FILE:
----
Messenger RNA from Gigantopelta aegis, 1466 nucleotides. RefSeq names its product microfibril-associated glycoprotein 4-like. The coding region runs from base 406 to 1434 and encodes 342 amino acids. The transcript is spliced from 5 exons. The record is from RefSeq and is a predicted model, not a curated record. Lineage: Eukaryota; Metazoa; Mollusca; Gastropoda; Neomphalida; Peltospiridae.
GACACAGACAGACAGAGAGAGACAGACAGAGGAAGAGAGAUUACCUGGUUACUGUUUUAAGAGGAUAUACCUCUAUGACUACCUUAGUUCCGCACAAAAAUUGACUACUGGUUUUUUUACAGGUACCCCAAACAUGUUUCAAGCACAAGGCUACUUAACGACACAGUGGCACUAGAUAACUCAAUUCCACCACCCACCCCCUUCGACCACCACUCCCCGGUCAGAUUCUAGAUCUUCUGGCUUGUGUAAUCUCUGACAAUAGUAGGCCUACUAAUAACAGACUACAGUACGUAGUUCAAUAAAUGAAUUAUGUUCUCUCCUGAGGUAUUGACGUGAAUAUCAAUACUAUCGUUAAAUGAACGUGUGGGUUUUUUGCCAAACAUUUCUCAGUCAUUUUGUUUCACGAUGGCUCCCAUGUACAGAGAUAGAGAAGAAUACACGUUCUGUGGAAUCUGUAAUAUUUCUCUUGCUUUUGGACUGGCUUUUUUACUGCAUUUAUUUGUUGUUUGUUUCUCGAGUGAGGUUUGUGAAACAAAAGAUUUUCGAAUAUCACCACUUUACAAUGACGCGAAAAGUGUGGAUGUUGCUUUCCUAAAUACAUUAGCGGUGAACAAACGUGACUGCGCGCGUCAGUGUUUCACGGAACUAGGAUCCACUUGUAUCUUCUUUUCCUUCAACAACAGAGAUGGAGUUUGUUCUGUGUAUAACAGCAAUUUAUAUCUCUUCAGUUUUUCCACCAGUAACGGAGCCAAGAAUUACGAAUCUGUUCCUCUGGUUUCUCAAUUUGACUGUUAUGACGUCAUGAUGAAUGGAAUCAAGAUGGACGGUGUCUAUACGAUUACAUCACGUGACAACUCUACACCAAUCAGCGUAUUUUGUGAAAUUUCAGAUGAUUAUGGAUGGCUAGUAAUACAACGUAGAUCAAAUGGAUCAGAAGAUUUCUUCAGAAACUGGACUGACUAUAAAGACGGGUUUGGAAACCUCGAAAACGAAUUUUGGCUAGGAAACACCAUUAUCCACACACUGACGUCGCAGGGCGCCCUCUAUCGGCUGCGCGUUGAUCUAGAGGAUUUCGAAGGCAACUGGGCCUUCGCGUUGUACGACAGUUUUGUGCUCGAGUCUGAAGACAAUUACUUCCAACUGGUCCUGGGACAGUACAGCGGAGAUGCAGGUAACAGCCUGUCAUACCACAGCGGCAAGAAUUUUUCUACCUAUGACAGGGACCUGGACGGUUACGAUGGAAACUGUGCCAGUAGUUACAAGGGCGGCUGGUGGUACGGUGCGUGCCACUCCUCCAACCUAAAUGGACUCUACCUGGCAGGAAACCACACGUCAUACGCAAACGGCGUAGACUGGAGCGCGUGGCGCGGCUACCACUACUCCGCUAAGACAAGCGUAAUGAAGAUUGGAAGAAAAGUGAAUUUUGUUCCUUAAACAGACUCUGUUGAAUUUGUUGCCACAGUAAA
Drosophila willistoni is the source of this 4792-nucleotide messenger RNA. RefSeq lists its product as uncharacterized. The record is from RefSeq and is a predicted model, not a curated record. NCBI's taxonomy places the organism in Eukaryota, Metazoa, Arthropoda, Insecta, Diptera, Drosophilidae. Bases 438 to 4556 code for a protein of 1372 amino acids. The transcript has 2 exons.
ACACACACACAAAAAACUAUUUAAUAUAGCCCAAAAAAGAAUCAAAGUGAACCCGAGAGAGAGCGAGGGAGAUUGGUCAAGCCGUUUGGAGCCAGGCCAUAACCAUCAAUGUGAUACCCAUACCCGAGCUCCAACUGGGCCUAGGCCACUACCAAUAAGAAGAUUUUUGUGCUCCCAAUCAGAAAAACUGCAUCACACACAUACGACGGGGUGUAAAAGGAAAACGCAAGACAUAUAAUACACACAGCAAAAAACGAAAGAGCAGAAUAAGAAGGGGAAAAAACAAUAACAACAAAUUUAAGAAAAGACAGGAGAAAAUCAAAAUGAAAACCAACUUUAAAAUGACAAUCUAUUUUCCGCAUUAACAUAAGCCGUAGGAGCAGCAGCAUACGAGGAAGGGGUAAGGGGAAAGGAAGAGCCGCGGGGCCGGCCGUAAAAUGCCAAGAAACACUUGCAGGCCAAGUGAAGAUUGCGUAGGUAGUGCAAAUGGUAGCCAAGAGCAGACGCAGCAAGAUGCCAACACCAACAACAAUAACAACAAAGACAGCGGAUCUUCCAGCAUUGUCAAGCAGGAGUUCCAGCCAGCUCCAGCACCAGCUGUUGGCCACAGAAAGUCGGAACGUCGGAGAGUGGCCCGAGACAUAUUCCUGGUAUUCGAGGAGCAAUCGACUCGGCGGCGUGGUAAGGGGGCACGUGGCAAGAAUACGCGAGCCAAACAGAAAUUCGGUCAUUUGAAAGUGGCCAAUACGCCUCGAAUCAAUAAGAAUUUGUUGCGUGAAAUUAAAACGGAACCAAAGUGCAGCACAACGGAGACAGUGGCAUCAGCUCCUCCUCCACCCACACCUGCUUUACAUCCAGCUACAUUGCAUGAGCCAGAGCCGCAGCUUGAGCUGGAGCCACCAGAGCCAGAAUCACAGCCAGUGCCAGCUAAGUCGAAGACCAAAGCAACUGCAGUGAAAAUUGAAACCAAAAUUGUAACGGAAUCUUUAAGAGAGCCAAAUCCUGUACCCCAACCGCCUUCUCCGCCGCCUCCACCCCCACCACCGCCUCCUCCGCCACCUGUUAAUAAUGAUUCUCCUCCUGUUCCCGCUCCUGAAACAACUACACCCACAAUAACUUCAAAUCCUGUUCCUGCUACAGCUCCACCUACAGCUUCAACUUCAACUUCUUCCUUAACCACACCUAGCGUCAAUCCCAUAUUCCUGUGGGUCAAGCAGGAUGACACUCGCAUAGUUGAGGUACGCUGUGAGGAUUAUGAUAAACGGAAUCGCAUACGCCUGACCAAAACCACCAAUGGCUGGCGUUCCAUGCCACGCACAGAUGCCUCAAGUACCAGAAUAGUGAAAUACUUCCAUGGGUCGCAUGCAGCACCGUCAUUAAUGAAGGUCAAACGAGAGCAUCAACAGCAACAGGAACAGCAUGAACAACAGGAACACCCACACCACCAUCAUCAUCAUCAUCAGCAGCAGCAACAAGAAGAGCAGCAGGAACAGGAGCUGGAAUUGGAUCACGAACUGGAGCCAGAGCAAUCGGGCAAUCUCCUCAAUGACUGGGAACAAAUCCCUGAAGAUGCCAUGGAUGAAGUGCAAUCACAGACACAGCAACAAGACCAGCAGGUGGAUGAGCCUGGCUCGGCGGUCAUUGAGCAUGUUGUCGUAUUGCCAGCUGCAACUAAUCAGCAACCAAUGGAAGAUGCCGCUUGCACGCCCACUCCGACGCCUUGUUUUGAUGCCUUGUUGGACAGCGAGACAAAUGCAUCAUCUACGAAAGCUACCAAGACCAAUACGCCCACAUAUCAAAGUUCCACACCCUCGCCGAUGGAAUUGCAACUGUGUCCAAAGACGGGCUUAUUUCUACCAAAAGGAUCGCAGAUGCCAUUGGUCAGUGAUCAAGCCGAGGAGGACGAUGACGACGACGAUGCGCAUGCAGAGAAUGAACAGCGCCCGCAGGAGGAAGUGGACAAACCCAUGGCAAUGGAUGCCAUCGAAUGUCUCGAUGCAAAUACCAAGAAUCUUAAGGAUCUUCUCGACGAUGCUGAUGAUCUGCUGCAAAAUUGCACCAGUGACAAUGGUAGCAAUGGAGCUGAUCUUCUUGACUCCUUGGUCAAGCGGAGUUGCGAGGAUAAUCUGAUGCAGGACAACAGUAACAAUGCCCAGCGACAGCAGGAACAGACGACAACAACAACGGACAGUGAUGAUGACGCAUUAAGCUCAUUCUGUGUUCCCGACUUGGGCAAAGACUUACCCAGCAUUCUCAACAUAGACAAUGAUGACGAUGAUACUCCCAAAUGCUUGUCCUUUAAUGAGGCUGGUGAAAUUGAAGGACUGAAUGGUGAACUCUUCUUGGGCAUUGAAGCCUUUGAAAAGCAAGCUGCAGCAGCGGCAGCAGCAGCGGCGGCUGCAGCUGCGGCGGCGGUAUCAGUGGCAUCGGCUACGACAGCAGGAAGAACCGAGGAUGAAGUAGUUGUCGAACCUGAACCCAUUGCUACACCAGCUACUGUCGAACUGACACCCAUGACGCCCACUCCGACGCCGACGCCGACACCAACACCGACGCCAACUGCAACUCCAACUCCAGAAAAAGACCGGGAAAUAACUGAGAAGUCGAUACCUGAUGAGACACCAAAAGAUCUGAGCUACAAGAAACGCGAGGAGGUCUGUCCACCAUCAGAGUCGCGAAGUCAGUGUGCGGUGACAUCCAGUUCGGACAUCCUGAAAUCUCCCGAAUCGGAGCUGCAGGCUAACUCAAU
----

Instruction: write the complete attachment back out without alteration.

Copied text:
Messenger RNA from Gigantopelta aegis, 1466 nucleotides. RefSeq names its product microfibril-associated glycoprotein 4-like. The coding region runs from base 406 to 1434 and encodes 342 amino acids. The transcript is spliced from 5 exons. The record is from RefSeq and is a predicted model, not a curated record. Lineage: Eukaryota; Metazoa; Mollusca; Gastropoda; Neomphalida; Peltospiridae.
GACACAGACAGACAGAGAGAGACAGACAGAGGAAGAGAGAUUACCUGGUUACUGUUUUAAGAGGAUAUACCUCUAUGACUACCUUAGUUCCGCACAAAAAUUGACUACUGGUUUUUUUACAGGUACCCCAAACAUGUUUCAAGCACAAGGCUACUUAACGACACAGUGGCACUAGAUAACUCAAUUCCACCACCCACCCCCUUCGACCACCACUCCCCGGUCAGAUUCUAGAUCUUCUGGCUUGUGUAAUCUCUGACAAUAGUAGGCCUACUAAUAACAGACUACAGUACGUAGUUCAAUAAAUGAAUUAUGUUCUCUCCUGAGGUAUUGACGUGAAUAUCAAUACUAUCGUUAAAUGAACGUGUGGGUUUUUUGCCAAACAUUUCUCAGUCAUUUUGUUUCACGAUGGCUCCCAUGUACAGAGAUAGAGAAGAAUACACGUUCUGUGGAAUCUGUAAUAUUUCUCUUGCUUUUGGACUGGCUUUUUUACUGCAUUUAUUUGUUGUUUGUUUCUCGAGUGAGGUUUGUGAAACAAAAGAUUUUCGAAUAUCACCACUUUACAAUGACGCGAAAAGUGUGGAUGUUGCUUUCCUAAAUACAUUAGCGGUGAACAAACGUGACUGCGCGCGUCAGUGUUUCACGGAACUAGGAUCCACUUGUAUCUUCUUUUCCUUCAACAACAGAGAUGGAGUUUGUUCUGUGUAUAACAGCAAUUUAUAUCUCUUCAGUUUUUCCACCAGUAACGGAGCCAAGAAUUACGAAUCUGUUCCUCUGGUUUCUCAAUUUGACUGUUAUGACGUCAUGAUGAAUGGAAUCAAGAUGGACGGUGUCUAUACGAUUACAUCACGUGACAACUCUACACCAAUCAGCGUAUUUUGUGAAAUUUCAGAUGAUUAUGGAUGGCUAGUAAUACAACGUAGAUCAAAUGGAUCAGAAGAUUUCUUCAGAAACUGGACUGACUAUAAAGACGGGUUUGGAAACCUCGAAAACGAAUUUUGGCUAGGAAACACCAUUAUCCACACACUGACGUCGCAGGGCGCCCUCUAUCGGCUGCGCGUUGAUCUAGAGGAUUUCGAAGGCAACUGGGCCUUCGCGUUGUACGACAGUUUUGUGCUCGAGUCUGAAGACAAUUACUUCCAACUGGUCCUGGGACAGUACAGCGGAGAUGCAGGUAACAGCCUGUCAUACCACAGCGGCAAGAAUUUUUCUACCUAUGACAGGGACCUGGACGGUUACGAUGGAAACUGUGCCAGUAGUUACAAGGGCGGCUGGUGGUACGGUGCGUGCCACUCCUCCAACCUAAAUGGACUCUACCUGGCAGGAAACCACACGUCAUACGCAAACGGCGUAGACUGGAGCGCGUGGCGCGGCUACCACUACUCCGCUAAGACAAGCGUAAUGAAGAUUGGAAGAAAAGUGAAUUUUGUUCCUUAAACAGACUCUGUUGAAUUUGUUGCCACAGUAAA
Drosophila willistoni is the source of this 4792-nucleotide messenger RNA. RefSeq lists its product as uncharacterized. The record is from RefSeq and is a predicted model, not a curated record. NCBI's taxonomy places the organism in Eukaryota, Metazoa, Arthropoda, Insecta, Diptera, Drosophilidae. Bases 438 to 4556 code for a protein of 1372 amino acids. The transcript has 2 exons.
ACACACACACAAAAAACUAUUUAAUAUAGCCCAAAAAAGAAUCAAAGUGAACCCGAGAGAGAGCGAGGGAGAUUGGUCAAGCCGUUUGGAGCCAGGCCAUAACCAUCAAUGUGAUACCCAUACCCGAGCUCCAACUGGGCCUAGGCCACUACCAAUAAGAAGAUUUUUGUGCUCCCAAUCAGAAAAACUGCAUCACACACAUACGACGGGGUGUAAAAGGAAAACGCAAGACAUAUAAUACACACAGCAAAAAACGAAAGAGCAGAAUAAGAAGGGGAAAAAACAAUAACAACAAAUUUAAGAAAAGACAGGAGAAAAUCAAAAUGAAAACCAACUUUAAAAUGACAAUCUAUUUUCCGCAUUAACAUAAGCCGUAGGAGCAGCAGCAUACGAGGAAGGGGUAAGGGGAAAGGAAGAGCCGCGGGGCCGGCCGUAAAAUGCCAAGAAACACUUGCAGGCCAAGUGAAGAUUGCGUAGGUAGUGCAAAUGGUAGCCAAGAGCAGACGCAGCAAGAUGCCAACACCAACAACAAUAACAACAAAGACAGCGGAUCUUCCAGCAUUGUCAAGCAGGAGUUCCAGCCAGCUCCAGCACCAGCUGUUGGCCACAGAAAGUCGGAACGUCGGAGAGUGGCCCGAGACAUAUUCCUGGUAUUCGAGGAGCAAUCGACUCGGCGGCGUGGUAAGGGGGCACGUGGCAAGAAUACGCGAGCCAAACAGAAAUUCGGUCAUUUGAAAGUGGCCAAUACGCCUCGAAUCAAUAAGAAUUUGUUGCGUGAAAUUAAAACGGAACCAAAGUGCAGCACAACGGAGACAGUGGCAUCAGCUCCUCCUCCACCCACACCUGCUUUACAUCCAGCUACAUUGCAUGAGCCAGAGCCGCAGCUUGAGCUGGAGCCACCAGAGCCAGAAUCACAGCCAGUGCCAGCUAAGUCGAAGACCAAAGCAACUGCAGUGAAAAUUGAAACCAAAAUUGUAACGGAAUCUUUAAGAGAGCCAAAUCCUGUACCCCAACCGCCUUCUCCGCCGCCUCCACCCCCACCACCGCCUCCUCCGCCACCUGUUAAUAAUGAUUCUCCUCCUGUUCCCGCUCCUGAAACAACUACACCCACAAUAACUUCAAAUCCUGUUCCUGCUACAGCUCCACCUACAGCUUCAACUUCAACUUCUUCCUUAACCACACCUAGCGUCAAUCCCAUAUUCCUGUGGGUCAAGCAGGAUGACACUCGCAUAGUUGAGGUACGCUGUGAGGAUUAUGAUAAACGGAAUCGCAUACGCCUGACCAAAACCACCAAUGGCUGGCGUUCCAUGCCACGCACAGAUGCCUCAAGUACCAGAAUAGUGAAAUACUUCCAUGGGUCGCAUGCAGCACCGUCAUUAAUGAAGGUCAAACGAGAGCAUCAACAGCAACAGGAACAGCAUGAACAACAGGAACACCCACACCACCAUCAUCAUCAUCAUCAGCAGCAGCAACAAGAAGAGCAGCAGGAACAGGAGCUGGAAUUGGAUCACGAACUGGAGCCAGAGCAAUCGGGCAAUCUCCUCAAUGACUGGGAACAAAUCCCUGAAGAUGCCAUGGAUGAAGUGCAAUCACAGACACAGCAACAAGACCAGCAGGUGGAUGAGCCUGGCUCGGCGGUCAUUGAGCAUGUUGUCGUAUUGCCAGCUGCAACUAAUCAGCAACCAAUGGAAGAUGCCGCUUGCACGCCCACUCCGACGCCUUGUUUUGAUGCCUUGUUGGACAGCGAGACAAAUGCAUCAUCUACGAAAGCUACCAAGACCAAUACGCCCACAUAUCAAAGUUCCACACCCUCGCCGAUGGAAUUGCAACUGUGUCCAAAGACGGGCUUAUUUCUACCAAAAGGAUCGCAGAUGCCAUUGGUCAGUGAUCAAGCCGAGGAGGACGAUGACGACGACGAUGCGCAUGCAGAGAAUGAACAGCGCCCGCAGGAGGAAGUGGACAAACCCAUGGCAAUGGAUGCCAUCGAAUGUCUCGAUGCAAAUACCAAGAAUCUUAAGGAUCUUCUCGACGAUGCUGAUGAUCUGCUGCAAAAUUGCACCAGUGACAAUGGUAGCAAUGGAGCUGAUCUUCUUGACUCCUUGGUCAAGCGGAGUUGCGAGGAUAAUCUGAUGCAGGACAACAGUAACAAUGCCCAGCGACAGCAGGAACAGACGACAACAACAACGGACAGUGAUGAUGACGCAUUAAGCUCAUUCUGUGUUCCCGACUUGGGCAAAGACUUACCCAGCAUUCUCAACAUAGACAAUGAUGACGAUGAUACUCCCAAAUGCUUGUCCUUUAAUGAGGCUGGUGAAAUUGAAGGACUGAAUGGUGAACUCUUCUUGGGCAUUGAAGCCUUUGAAAAGCAAGCUGCAGCAGCGGCAGCAGCAGCGGCGGCUGCAGCUGCGGCGGCGGUAUCAGUGGCAUCGGCUACGACAGCAGGAAGAACCGAGGAUGAAGUAGUUGUCGAACCUGAACCCAUUGCUACACCAGCUACUGUCGAACUGACACCCAUGACGCCCACUCCGACGCCGACGCCGACACCAACACCGACGCCAACUGCAACUCCAACUCCAGAAAAAGACCGGGAAAUAACUGAGAAGUCGAUACCUGAUGAGACACCAAAAGAUCUGAGCUACAAGAAACGCGAGGAGGUCUGUCCACCAUCAGAGUCGCGAAGUCAGUGUGCGGUGACAUCCAGUUCGGACAUCCUGAAAUCUCCCGAAUCGGAGCUGCAGGCUAACUCAAU